I am grateful to my colleagues who are willing to don academic regalia and march in a crowd of similarly-attired professors and administrators in the fall convocation ceremony. The sight of professors in their academic robes and caps no doubt inspires students with awe, thereby igniting intellectual fires and whatnot.
I did the convocation thing once and will likely not do it again. The one time I agreed to do it, I did not have tenure and I was made to feel that it would be a really good thing for me to participate in this ritual. I was also curious about what it felt like to be on the 'other side' of a convocation ceremony. When I was an undergraduate, I liked going to the fall all-college gathering; it was a nice way to start the academic year.
The one time I marched in a convocation as a professor, I rented academic robes etc. that had the right colors, stripes, glyphs, and cap for the institution that granted my Ph.D., put the silly things on, and went to find my place in line with the other professors. As I walked past the other professors, all similarly and absurdly attired, a number of them smiled at me. I smiled back, thinking that perhaps the wearing-of-the-robes was a sort of professorial bonding experience. But no.. One of the smiling professors said to me "We all love it when PhD's from your university march in convocation. You have by far the most hideous academic robes and it makes the rest of us look good." Strong words for a man in a velvet beanie. I just smiled back and said "I specifically went to that university so that I might one day wear this spectacular robe." So there.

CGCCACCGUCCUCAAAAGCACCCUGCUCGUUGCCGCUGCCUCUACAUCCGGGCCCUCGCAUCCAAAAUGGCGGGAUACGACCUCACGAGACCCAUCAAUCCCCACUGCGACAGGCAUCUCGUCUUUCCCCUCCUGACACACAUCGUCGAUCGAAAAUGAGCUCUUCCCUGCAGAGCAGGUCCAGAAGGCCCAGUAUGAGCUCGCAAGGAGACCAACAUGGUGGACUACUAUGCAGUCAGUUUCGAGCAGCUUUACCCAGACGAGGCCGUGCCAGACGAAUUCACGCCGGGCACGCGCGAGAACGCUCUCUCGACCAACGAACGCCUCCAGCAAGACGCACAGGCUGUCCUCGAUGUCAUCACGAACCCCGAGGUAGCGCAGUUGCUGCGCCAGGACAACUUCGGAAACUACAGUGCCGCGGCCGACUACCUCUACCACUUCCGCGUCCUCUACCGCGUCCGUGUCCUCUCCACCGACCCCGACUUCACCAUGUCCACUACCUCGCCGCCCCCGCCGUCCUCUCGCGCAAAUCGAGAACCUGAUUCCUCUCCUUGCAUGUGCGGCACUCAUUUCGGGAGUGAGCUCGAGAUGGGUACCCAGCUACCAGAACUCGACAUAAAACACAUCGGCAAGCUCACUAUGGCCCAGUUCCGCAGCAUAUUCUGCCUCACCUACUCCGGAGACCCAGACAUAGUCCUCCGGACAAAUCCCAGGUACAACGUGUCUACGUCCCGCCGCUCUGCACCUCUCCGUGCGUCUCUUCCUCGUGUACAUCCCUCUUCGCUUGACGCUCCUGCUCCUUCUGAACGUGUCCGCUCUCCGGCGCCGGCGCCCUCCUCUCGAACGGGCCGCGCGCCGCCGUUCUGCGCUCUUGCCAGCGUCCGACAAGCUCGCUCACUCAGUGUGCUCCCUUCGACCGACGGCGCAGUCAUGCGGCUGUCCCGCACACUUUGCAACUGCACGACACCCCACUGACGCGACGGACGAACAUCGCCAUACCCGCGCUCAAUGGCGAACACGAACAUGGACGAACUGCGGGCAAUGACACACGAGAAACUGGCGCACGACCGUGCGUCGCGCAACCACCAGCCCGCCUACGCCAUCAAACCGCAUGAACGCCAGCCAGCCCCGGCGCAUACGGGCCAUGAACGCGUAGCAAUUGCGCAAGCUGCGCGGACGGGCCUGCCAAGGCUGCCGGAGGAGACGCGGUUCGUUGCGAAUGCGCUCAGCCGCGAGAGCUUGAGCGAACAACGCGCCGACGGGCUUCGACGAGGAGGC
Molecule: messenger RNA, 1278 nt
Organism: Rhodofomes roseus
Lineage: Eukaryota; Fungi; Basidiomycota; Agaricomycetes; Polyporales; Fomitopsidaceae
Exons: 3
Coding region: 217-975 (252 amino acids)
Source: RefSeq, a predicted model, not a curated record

I told my daughter this story last year when she was upset that friends at her elementary school had criticized her attire. I was glad that she thought the story was hilarious rather than demoralizing. I am also glad that marching in convocation is voluntary, and that I have tenure.
9 months ago